Defamation is where a person or entity publishes material about another person or entity that harms them in some way. Material may be defamatory if it could injure a person’s reputation or cause people to shun or avoid a person. The Civil Law Wrongs Act (2002) governs the law of defamation in the Australian Capital Territory. There are some situations where defamation is a criminal offence. This article only concerns those situations where a person or entity could take civil action.
Who can make a defamation claim?
Individuals, non-profit organisations and small companies with less than ten employees can sue for defamation. Generally, large companies cannot bring claims for defamation. A person or entity cannot take action for defamation on behalf of a deceased person.
Who can be sued for defamation?
A person or entity can take action for defamation against corporations, incorporated associations, government bodies and individuals. A person or entity can sue more than one party for defamation. For example, a corporation and one of its employees could both be sued for publishing defamatory material. A person or entity cannot sue a deceased person for defamation.
What needs to be proven?
Generally, the elements for a successful claim of defamation are:
- Publication. The defamatory statement has been published to a third party. The publication can be written or oral publication;
- Defamatory matter. An ordinary person would take the meaning of the material to be defamatory;
- Identification. The person claiming defamation must be able to be identified through the publication. They do not have to be specifically named, but a reasonable person who is familiar with the relevant circumstances must be able to identify them.
- No lawful excuse. There must not be a lawful excuse for the publication (defences to defamation are considered further below).
- The publication causes, or is likely to cause, serious harm to the person’s reputation. The ‘serious harm’ element of a defamation claim was introduced in the ACT in 2022 and is contained in section 122A of the Civil Wrongs Act 2002.
Offer to make amends
The Act provides a process for giving the party who published the defamatory material the opportunity to “make amends” for the damage caused. An aggrieved person may send a “concerns notice” to the publisher outlining why they feel they have been defamed. The publisher can respond to this within 28 days with an outline of how they intend to make amends for the offending publication. The publisher can also ask for further particulars where the concerns notice is unclear. An offer to make amends must include an offer to publish a correction and pay for certain expenses incurred by the aggrieved person. It can include an offer to pay further amounts to the aggrieved person.
An offer to make amends can no longer be made once 28 days have elapsed since the concerns notice has been issued. Also, an offer to make amends cannot be made once a publisher has filed a defence against a claim brought by an aggrieved person.
According to the Act, apologies, if made by a person who publishes defamatory material, are not to be taken as evidence of liability, if the matter later proceeds to court.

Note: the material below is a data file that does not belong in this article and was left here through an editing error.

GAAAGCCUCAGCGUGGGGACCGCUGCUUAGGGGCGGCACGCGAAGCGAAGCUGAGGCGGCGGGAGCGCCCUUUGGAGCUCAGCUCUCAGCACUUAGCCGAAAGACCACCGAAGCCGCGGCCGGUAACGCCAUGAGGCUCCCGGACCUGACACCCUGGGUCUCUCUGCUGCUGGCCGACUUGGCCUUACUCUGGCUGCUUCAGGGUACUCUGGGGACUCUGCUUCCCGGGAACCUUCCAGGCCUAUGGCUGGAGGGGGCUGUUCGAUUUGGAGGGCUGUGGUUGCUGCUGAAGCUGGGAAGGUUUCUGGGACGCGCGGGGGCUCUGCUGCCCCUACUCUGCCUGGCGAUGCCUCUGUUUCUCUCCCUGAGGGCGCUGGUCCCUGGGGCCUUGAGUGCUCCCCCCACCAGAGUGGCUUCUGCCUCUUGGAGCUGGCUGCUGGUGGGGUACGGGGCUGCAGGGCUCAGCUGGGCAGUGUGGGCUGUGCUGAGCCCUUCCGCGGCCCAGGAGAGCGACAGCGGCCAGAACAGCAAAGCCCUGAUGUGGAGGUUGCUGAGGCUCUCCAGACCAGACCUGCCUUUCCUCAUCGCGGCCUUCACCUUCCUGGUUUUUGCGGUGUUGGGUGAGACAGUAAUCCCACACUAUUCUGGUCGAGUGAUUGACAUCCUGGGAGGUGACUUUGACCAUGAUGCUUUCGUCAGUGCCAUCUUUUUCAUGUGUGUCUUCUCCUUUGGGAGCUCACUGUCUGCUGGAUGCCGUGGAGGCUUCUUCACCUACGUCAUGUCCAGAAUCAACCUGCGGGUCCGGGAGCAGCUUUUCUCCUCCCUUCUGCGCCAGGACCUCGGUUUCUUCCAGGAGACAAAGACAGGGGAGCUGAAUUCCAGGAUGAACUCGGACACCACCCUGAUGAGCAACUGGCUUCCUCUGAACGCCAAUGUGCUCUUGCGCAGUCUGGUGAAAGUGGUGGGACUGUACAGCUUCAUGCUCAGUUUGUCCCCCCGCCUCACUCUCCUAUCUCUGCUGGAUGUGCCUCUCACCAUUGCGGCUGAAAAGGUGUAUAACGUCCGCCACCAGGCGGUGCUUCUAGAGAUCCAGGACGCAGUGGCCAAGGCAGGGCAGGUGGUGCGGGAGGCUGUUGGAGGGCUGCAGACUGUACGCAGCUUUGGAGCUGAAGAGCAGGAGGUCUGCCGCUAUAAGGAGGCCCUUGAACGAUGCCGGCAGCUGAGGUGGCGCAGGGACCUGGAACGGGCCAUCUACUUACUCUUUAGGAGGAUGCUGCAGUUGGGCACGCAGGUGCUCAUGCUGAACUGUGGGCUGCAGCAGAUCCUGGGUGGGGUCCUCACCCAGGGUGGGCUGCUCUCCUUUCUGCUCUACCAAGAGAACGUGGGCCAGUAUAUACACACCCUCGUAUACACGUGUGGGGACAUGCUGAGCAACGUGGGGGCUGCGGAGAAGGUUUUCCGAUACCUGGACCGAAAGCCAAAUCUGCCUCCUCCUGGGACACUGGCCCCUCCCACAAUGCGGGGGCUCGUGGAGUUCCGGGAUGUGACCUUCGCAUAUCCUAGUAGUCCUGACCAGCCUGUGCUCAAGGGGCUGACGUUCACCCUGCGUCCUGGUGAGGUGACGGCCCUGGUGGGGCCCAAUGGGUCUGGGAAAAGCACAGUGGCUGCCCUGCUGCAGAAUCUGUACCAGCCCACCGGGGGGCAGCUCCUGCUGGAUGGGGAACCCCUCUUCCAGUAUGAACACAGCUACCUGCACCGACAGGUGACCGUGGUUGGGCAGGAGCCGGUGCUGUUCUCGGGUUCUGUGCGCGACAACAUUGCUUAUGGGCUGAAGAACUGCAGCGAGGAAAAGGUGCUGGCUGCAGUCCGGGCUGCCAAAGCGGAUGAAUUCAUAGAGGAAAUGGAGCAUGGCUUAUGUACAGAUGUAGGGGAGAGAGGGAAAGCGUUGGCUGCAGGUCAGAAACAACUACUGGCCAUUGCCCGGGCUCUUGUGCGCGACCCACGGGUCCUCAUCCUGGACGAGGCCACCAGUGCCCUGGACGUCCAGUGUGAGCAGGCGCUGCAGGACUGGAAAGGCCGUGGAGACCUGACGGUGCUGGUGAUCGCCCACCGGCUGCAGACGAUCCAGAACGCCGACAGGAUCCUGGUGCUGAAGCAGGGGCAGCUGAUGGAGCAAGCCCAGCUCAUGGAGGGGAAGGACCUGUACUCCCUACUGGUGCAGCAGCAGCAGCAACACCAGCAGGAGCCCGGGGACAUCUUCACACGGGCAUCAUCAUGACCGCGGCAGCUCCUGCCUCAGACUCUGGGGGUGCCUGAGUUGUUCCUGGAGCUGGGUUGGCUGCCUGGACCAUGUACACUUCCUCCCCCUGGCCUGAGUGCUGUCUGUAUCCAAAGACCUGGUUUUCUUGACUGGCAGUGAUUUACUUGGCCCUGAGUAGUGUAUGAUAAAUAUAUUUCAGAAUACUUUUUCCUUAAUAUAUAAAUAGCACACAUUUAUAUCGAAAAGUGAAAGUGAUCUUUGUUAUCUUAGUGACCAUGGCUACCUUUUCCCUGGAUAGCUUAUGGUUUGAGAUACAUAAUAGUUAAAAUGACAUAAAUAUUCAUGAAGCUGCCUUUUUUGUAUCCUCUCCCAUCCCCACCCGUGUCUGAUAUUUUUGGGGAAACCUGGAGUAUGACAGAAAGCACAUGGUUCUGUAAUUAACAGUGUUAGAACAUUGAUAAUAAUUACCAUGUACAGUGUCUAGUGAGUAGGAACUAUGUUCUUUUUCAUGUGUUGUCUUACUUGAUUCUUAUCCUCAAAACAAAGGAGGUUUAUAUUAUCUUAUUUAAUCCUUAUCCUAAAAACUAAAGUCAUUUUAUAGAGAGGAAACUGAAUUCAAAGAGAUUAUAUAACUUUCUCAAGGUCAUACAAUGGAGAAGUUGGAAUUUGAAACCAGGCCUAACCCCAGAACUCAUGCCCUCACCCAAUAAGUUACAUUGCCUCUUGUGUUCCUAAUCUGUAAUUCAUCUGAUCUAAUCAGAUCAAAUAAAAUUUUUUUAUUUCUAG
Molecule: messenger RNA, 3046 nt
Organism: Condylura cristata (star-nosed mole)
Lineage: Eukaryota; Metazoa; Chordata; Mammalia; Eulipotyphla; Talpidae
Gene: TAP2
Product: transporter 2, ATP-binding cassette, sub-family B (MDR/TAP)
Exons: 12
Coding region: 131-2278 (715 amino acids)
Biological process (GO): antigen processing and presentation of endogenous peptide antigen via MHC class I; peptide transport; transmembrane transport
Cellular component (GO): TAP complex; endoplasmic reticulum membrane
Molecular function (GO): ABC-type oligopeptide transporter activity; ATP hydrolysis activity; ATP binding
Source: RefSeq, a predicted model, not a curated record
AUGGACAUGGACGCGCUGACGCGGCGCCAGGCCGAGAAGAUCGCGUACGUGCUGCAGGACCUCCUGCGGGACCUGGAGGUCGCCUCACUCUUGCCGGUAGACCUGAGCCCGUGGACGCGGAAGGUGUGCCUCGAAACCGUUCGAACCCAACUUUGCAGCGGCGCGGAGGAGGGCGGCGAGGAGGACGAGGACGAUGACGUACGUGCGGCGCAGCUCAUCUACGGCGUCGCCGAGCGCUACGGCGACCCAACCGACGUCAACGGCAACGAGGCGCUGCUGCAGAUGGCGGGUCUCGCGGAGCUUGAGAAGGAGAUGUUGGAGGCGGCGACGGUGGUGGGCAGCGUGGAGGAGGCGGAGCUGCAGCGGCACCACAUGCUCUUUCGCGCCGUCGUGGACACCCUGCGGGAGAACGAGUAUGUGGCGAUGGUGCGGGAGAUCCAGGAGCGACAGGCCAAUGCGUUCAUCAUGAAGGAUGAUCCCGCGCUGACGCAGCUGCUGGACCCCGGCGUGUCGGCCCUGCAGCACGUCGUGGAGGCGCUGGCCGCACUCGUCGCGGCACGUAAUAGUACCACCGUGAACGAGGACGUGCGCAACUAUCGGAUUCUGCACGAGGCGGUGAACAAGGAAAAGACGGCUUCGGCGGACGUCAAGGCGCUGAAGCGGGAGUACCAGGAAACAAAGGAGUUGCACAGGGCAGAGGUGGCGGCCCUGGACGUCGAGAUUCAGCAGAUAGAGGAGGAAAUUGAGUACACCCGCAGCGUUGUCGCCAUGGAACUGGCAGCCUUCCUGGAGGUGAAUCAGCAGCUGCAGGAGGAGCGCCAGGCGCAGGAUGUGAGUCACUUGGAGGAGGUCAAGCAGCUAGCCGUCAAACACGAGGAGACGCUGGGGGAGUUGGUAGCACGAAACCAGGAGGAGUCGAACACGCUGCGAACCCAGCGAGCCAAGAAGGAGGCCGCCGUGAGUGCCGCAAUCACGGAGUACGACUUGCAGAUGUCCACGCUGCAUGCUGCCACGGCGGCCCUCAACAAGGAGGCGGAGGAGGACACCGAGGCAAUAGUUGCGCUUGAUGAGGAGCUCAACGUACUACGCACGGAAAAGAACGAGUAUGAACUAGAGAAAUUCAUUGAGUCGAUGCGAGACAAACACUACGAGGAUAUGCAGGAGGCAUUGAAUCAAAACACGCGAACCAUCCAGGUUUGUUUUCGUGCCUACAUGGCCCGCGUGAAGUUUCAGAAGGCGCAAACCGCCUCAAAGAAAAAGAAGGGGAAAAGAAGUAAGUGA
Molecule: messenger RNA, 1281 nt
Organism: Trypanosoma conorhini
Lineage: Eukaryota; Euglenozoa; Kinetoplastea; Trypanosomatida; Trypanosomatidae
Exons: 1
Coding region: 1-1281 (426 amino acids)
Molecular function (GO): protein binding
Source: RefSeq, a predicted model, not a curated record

Defences to defamation
There are several possible defences to defamation.
- The defence of justification – the material published is substantially true;
- The defence of contextual truth – the defamatory material contained other imputations or material. Due to this other material, no harm was caused by the defamatory material;
- The defence of absolute privilege – the publication was in a forum such as a parliamentary body or Australian court or tribunal;
- The defence of publication of public documents – the published material had appeared on a public document, such as a parliamentary report, or judgment of a court or tribunal;
- The defence of fair report of proceedings of public concern – the defamatory material had been published in proceedings of public concern, such as a proceeding of a parliamentary body, international conference or international organisation;
- The defence of qualified privilege for provision of certain information – the material was published in the context where the recipient had an interest or apparent interest in information, the material was published in the context of giving information to the recipient, and the publisher’s conduct was reasonable in the circumstances;
- Defence of honest opinion – the material was an opinion rather than a statement of fact, the opinion related to a matter of public interest and the opinion was based on proper material;
- Defence of innocent dissemination – the publisher was acting as an employee or agent of another distributor, the publisher did not know should not have reasonably known that the matter was defamatory and the publisher’s lack of knowledge was not due to negligence;
- Defence of triviality – where the publisher can show that the aggrieved person is unlikely to have sustained any harm due to the publication.
Damages for defamation are to put you in the same position you would have been in if there had been no publication of defamatory material. An aggrieved person can make claims for both economic loss, e.g. loss of income, and non-economic loss, e.g. pain and suffering. There is a cap on the amount of damages that an aggrieved person can claim for non-economic loss.
Limitation of actions
According to the Limitation Act 1985, you will generally have one year from the date of publication to bring an action of defamation. However, in some circumstances, you will be able to extend this to up to three years if you can satisfy the court that it was not reasonable in the circumstances to have brought the action within one year.
If you require legal advice or representation in any legal matter, please contact Armstrong Legal